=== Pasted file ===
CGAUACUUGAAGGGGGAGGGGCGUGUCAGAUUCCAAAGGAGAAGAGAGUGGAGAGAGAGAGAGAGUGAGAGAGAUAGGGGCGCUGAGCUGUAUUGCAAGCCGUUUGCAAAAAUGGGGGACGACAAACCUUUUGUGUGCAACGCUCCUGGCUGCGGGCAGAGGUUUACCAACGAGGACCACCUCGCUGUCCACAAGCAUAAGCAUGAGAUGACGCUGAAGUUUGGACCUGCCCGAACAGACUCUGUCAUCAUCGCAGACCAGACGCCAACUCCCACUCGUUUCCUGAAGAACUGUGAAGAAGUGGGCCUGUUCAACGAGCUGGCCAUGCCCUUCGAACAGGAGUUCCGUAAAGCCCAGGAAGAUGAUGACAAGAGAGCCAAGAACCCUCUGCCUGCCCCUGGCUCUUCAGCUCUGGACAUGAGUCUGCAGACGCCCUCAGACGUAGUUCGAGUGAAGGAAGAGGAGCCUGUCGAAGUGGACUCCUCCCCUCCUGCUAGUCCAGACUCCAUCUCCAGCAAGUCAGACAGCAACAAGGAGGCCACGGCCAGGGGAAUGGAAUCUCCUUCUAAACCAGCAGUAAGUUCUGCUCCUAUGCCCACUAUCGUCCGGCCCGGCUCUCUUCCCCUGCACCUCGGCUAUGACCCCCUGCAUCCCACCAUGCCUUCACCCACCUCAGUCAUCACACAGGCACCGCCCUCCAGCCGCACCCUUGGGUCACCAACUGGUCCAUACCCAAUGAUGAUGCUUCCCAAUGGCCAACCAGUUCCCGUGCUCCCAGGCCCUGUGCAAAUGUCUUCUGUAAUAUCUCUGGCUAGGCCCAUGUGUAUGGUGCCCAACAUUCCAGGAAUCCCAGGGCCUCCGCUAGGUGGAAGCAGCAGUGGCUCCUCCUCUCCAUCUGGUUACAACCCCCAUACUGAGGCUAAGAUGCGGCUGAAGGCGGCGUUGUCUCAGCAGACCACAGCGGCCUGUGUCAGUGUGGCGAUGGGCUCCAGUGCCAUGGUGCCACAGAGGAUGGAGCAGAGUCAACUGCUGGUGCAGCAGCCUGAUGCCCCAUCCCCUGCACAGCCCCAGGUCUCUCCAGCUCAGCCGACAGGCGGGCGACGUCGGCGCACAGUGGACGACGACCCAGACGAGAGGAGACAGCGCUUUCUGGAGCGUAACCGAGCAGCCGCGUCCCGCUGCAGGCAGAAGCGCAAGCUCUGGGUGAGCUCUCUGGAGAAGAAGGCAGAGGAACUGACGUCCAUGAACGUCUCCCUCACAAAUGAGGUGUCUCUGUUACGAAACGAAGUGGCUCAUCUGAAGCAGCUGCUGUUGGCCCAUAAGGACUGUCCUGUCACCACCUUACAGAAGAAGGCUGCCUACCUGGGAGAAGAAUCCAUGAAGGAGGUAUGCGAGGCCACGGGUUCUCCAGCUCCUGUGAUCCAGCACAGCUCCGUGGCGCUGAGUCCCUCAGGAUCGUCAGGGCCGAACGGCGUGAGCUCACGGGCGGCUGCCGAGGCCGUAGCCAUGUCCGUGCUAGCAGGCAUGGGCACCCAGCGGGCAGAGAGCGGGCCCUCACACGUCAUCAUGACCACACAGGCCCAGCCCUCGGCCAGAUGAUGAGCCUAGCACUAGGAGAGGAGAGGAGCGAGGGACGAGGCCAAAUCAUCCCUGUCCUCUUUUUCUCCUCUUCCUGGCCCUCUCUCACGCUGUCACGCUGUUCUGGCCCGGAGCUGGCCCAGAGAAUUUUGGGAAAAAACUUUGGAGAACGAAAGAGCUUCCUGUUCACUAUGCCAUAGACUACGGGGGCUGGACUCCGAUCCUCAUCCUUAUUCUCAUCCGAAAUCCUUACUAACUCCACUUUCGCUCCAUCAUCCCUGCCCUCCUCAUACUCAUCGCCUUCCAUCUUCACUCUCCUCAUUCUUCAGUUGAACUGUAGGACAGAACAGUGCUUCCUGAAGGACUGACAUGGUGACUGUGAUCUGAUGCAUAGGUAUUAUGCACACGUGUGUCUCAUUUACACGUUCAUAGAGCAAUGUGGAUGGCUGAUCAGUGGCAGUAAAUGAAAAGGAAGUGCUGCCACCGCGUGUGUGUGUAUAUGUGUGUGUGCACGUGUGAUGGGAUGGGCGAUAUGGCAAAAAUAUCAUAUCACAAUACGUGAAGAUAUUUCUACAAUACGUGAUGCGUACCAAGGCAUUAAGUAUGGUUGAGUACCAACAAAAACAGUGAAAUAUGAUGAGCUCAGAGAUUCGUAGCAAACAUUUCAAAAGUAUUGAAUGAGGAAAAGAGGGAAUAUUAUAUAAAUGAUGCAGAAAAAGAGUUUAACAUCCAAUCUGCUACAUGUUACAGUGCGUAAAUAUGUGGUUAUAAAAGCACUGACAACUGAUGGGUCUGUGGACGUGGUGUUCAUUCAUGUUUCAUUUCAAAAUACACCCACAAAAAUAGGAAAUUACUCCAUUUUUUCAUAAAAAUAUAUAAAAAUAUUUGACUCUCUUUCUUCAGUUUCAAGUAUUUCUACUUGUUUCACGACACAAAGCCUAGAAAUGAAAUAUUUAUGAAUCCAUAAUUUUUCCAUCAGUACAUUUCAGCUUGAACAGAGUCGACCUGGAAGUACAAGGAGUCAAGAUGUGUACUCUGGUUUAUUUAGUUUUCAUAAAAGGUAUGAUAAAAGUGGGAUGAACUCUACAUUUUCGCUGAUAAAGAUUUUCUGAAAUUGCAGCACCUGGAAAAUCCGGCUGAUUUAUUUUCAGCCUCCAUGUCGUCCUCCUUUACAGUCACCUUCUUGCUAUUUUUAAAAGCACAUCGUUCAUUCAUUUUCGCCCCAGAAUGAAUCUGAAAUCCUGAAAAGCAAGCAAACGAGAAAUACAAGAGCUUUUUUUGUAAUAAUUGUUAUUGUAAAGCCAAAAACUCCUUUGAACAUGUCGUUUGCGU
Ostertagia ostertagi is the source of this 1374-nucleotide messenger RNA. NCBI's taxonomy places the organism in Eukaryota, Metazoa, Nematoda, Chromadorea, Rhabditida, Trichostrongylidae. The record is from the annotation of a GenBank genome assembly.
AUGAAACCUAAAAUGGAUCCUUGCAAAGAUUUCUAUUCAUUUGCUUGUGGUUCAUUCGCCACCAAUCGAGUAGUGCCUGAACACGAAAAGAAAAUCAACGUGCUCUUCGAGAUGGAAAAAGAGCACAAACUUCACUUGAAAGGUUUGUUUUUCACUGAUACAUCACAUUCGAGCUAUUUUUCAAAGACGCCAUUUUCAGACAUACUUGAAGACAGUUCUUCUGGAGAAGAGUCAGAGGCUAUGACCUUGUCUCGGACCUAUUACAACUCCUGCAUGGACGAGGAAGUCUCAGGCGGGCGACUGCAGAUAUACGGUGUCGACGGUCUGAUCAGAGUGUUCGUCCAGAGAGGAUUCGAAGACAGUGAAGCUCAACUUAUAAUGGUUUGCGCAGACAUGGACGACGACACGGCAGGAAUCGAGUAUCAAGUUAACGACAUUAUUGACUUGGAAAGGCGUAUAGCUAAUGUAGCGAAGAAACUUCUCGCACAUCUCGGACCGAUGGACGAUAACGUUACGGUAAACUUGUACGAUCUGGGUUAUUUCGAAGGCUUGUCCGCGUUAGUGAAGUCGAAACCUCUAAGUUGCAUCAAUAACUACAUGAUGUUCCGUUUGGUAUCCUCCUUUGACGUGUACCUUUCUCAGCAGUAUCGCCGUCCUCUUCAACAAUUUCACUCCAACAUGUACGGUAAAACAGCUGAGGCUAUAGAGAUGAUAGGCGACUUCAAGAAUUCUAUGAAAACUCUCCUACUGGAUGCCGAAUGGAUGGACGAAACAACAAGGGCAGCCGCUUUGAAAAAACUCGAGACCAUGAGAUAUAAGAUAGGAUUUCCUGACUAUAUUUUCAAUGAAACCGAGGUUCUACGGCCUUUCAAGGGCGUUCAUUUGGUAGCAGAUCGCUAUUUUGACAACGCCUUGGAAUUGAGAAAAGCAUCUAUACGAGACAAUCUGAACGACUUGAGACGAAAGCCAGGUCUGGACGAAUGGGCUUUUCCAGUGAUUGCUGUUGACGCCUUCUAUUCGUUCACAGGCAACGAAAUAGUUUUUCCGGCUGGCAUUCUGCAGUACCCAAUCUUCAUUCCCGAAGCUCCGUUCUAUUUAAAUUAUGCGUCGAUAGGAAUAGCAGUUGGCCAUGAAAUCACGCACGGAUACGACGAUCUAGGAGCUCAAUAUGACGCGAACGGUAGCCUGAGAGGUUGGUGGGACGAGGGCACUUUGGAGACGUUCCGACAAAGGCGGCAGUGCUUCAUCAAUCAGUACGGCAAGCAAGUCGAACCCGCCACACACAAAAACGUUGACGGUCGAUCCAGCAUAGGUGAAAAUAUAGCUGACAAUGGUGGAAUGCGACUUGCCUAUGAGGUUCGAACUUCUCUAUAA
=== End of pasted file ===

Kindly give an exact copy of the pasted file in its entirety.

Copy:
CGAUACUUGAAGGGGGAGGGGCGUGUCAGAUUCCAAAGGAGAAGAGAGUGGAGAGAGAGAGAGAGUGAGAGAGAUAGGGGCGCUGAGCUGUAUUGCAAGCCGUUUGCAAAAAUGGGGGACGACAAACCUUUUGUGUGCAACGCUCCUGGCUGCGGGCAGAGGUUUACCAACGAGGACCACCUCGCUGUCCACAAGCAUAAGCAUGAGAUGACGCUGAAGUUUGGACCUGCCCGAACAGACUCUGUCAUCAUCGCAGACCAGACGCCAACUCCCACUCGUUUCCUGAAGAACUGUGAAGAAGUGGGCCUGUUCAACGAGCUGGCCAUGCCCUUCGAACAGGAGUUCCGUAAAGCCCAGGAAGAUGAUGACAAGAGAGCCAAGAACCCUCUGCCUGCCCCUGGCUCUUCAGCUCUGGACAUGAGUCUGCAGACGCCCUCAGACGUAGUUCGAGUGAAGGAAGAGGAGCCUGUCGAAGUGGACUCCUCCCCUCCUGCUAGUCCAGACUCCAUCUCCAGCAAGUCAGACAGCAACAAGGAGGCCACGGCCAGGGGAAUGGAAUCUCCUUCUAAACCAGCAGUAAGUUCUGCUCCUAUGCCCACUAUCGUCCGGCCCGGCUCUCUUCCCCUGCACCUCGGCUAUGACCCCCUGCAUCCCACCAUGCCUUCACCCACCUCAGUCAUCACACAGGCACCGCCCUCCAGCCGCACCCUUGGGUCACCAACUGGUCCAUACCCAAUGAUGAUGCUUCCCAAUGGCCAACCAGUUCCCGUGCUCCCAGGCCCUGUGCAAAUGUCUUCUGUAAUAUCUCUGGCUAGGCCCAUGUGUAUGGUGCCCAACAUUCCAGGAAUCCCAGGGCCUCCGCUAGGUGGAAGCAGCAGUGGCUCCUCCUCUCCAUCUGGUUACAACCCCCAUACUGAGGCUAAGAUGCGGCUGAAGGCGGCGUUGUCUCAGCAGACCACAGCGGCCUGUGUCAGUGUGGCGAUGGGCUCCAGUGCCAUGGUGCCACAGAGGAUGGAGCAGAGUCAACUGCUGGUGCAGCAGCCUGAUGCCCCAUCCCCUGCACAGCCCCAGGUCUCUCCAGCUCAGCCGACAGGCGGGCGACGUCGGCGCACAGUGGACGACGACCCAGACGAGAGGAGACAGCGCUUUCUGGAGCGUAACCGAGCAGCCGCGUCCCGCUGCAGGCAGAAGCGCAAGCUCUGGGUGAGCUCUCUGGAGAAGAAGGCAGAGGAACUGACGUCCAUGAACGUCUCCCUCACAAAUGAGGUGUCUCUGUUACGAAACGAAGUGGCUCAUCUGAAGCAGCUGCUGUUGGCCCAUAAGGACUGUCCUGUCACCACCUUACAGAAGAAGGCUGCCUACCUGGGAGAAGAAUCCAUGAAGGAGGUAUGCGAGGCCACGGGUUCUCCAGCUCCUGUGAUCCAGCACAGCUCCGUGGCGCUGAGUCCCUCAGGAUCGUCAGGGCCGAACGGCGUGAGCUCACGGGCGGCUGCCGAGGCCGUAGCCAUGUCCGUGCUAGCAGGCAUGGGCACCCAGCGGGCAGAGAGCGGGCCCUCACACGUCAUCAUGACCACACAGGCCCAGCCCUCGGCCAGAUGAUGAGCCUAGCACUAGGAGAGGAGAGGAGCGAGGGACGAGGCCAAAUCAUCCCUGUCCUCUUUUUCUCCUCUUCCUGGCCCUCUCUCACGCUGUCACGCUGUUCUGGCCCGGAGCUGGCCCAGAGAAUUUUGGGAAAAAACUUUGGAGAACGAAAGAGCUUCCUGUUCACUAUGCCAUAGACUACGGGGGCUGGACUCCGAUCCUCAUCCUUAUUCUCAUCCGAAAUCCUUACUAACUCCACUUUCGCUCCAUCAUCCCUGCCCUCCUCAUACUCAUCGCCUUCCAUCUUCACUCUCCUCAUUCUUCAGUUGAACUGUAGGACAGAACAGUGCUUCCUGAAGGACUGACAUGGUGACUGUGAUCUGAUGCAUAGGUAUUAUGCACACGUGUGUCUCAUUUACACGUUCAUAGAGCAAUGUGGAUGGCUGAUCAGUGGCAGUAAAUGAAAAGGAAGUGCUGCCACCGCGUGUGUGUGUAUAUGUGUGUGUGCACGUGUGAUGGGAUGGGCGAUAUGGCAAAAAUAUCAUAUCACAAUACGUGAAGAUAUUUCUACAAUACGUGAUGCGUACCAAGGCAUUAAGUAUGGUUGAGUACCAACAAAAACAGUGAAAUAUGAUGAGCUCAGAGAUUCGUAGCAAACAUUUCAAAAGUAUUGAAUGAGGAAAAGAGGGAAUAUUAUAUAAAUGAUGCAGAAAAAGAGUUUAACAUCCAAUCUGCUACAUGUUACAGUGCGUAAAUAUGUGGUUAUAAAAGCACUGACAACUGAUGGGUCUGUGGACGUGGUGUUCAUUCAUGUUUCAUUUCAAAAUACACCCACAAAAAUAGGAAAUUACUCCAUUUUUUCAUAAAAAUAUAUAAAAAUAUUUGACUCUCUUUCUUCAGUUUCAAGUAUUUCUACUUGUUUCACGACACAAAGCCUAGAAAUGAAAUAUUUAUGAAUCCAUAAUUUUUCCAUCAGUACAUUUCAGCUUGAACAGAGUCGACCUGGAAGUACAAGGAGUCAAGAUGUGUACUCUGGUUUAUUUAGUUUUCAUAAAAGGUAUGAUAAAAGUGGGAUGAACUCUACAUUUUCGCUGAUAAAGAUUUUCUGAAAUUGCAGCACCUGGAAAAUCCGGCUGAUUUAUUUUCAGCCUCCAUGUCGUCCUCCUUUACAGUCACCUUCUUGCUAUUUUUAAAAGCACAUCGUUCAUUCAUUUUCGCCCCAGAAUGAAUCUGAAAUCCUGAAAAGCAAGCAAACGAGAAAUACAAGAGCUUUUUUUGUAAUAAUUGUUAUUGUAAAGCCAAAAACUCCUUUGAACAUGUCGUUUGCGU
Ostertagia ostertagi is the source of this 1374-nucleotide messenger RNA. NCBI's taxonomy places the organism in Eukaryota, Metazoa, Nematoda, Chromadorea, Rhabditida, Trichostrongylidae. The record is from the annotation of a GenBank genome assembly.
AUGAAACCUAAAAUGGAUCCUUGCAAAGAUUUCUAUUCAUUUGCUUGUGGUUCAUUCGCCACCAAUCGAGUAGUGCCUGAACACGAAAAGAAAAUCAACGUGCUCUUCGAGAUGGAAAAAGAGCACAAACUUCACUUGAAAGGUUUGUUUUUCACUGAUACAUCACAUUCGAGCUAUUUUUCAAAGACGCCAUUUUCAGACAUACUUGAAGACAGUUCUUCUGGAGAAGAGUCAGAGGCUAUGACCUUGUCUCGGACCUAUUACAACUCCUGCAUGGACGAGGAAGUCUCAGGCGGGCGACUGCAGAUAUACGGUGUCGACGGUCUGAUCAGAGUGUUCGUCCAGAGAGGAUUCGAAGACAGUGAAGCUCAACUUAUAAUGGUUUGCGCAGACAUGGACGACGACACGGCAGGAAUCGAGUAUCAAGUUAACGACAUUAUUGACUUGGAAAGGCGUAUAGCUAAUGUAGCGAAGAAACUUCUCGCACAUCUCGGACCGAUGGACGAUAACGUUACGGUAAACUUGUACGAUCUGGGUUAUUUCGAAGGCUUGUCCGCGUUAGUGAAGUCGAAACCUCUAAGUUGCAUCAAUAACUACAUGAUGUUCCGUUUGGUAUCCUCCUUUGACGUGUACCUUUCUCAGCAGUAUCGCCGUCCUCUUCAACAAUUUCACUCCAACAUGUACGGUAAAACAGCUGAGGCUAUAGAGAUGAUAGGCGACUUCAAGAAUUCUAUGAAAACUCUCCUACUGGAUGCCGAAUGGAUGGACGAAACAACAAGGGCAGCCGCUUUGAAAAAACUCGAGACCAUGAGAUAUAAGAUAGGAUUUCCUGACUAUAUUUUCAAUGAAACCGAGGUUCUACGGCCUUUCAAGGGCGUUCAUUUGGUAGCAGAUCGCUAUUUUGACAACGCCUUGGAAUUGAGAAAAGCAUCUAUACGAGACAAUCUGAACGACUUGAGACGAAAGCCAGGUCUGGACGAAUGGGCUUUUCCAGUGAUUGCUGUUGACGCCUUCUAUUCGUUCACAGGCAACGAAAUAGUUUUUCCGGCUGGCAUUCUGCAGUACCCAAUCUUCAUUCCCGAAGCUCCGUUCUAUUUAAAUUAUGCGUCGAUAGGAAUAGCAGUUGGCCAUGAAAUCACGCACGGAUACGACGAUCUAGGAGCUCAAUAUGACGCGAACGGUAGCCUGAGAGGUUGGUGGGACGAGGGCACUUUGGAGACGUUCCGACAAAGGCGGCAGUGCUUCAUCAAUCAGUACGGCAAGCAAGUCGAACCCGCCACACACAAAAACGUUGACGGUCGAUCCAGCAUAGGUGAAAAUAUAGCUGACAAUGGUGGAAUGCGACUUGCCUAUGAGGUUCGAACUUCUCUAUAA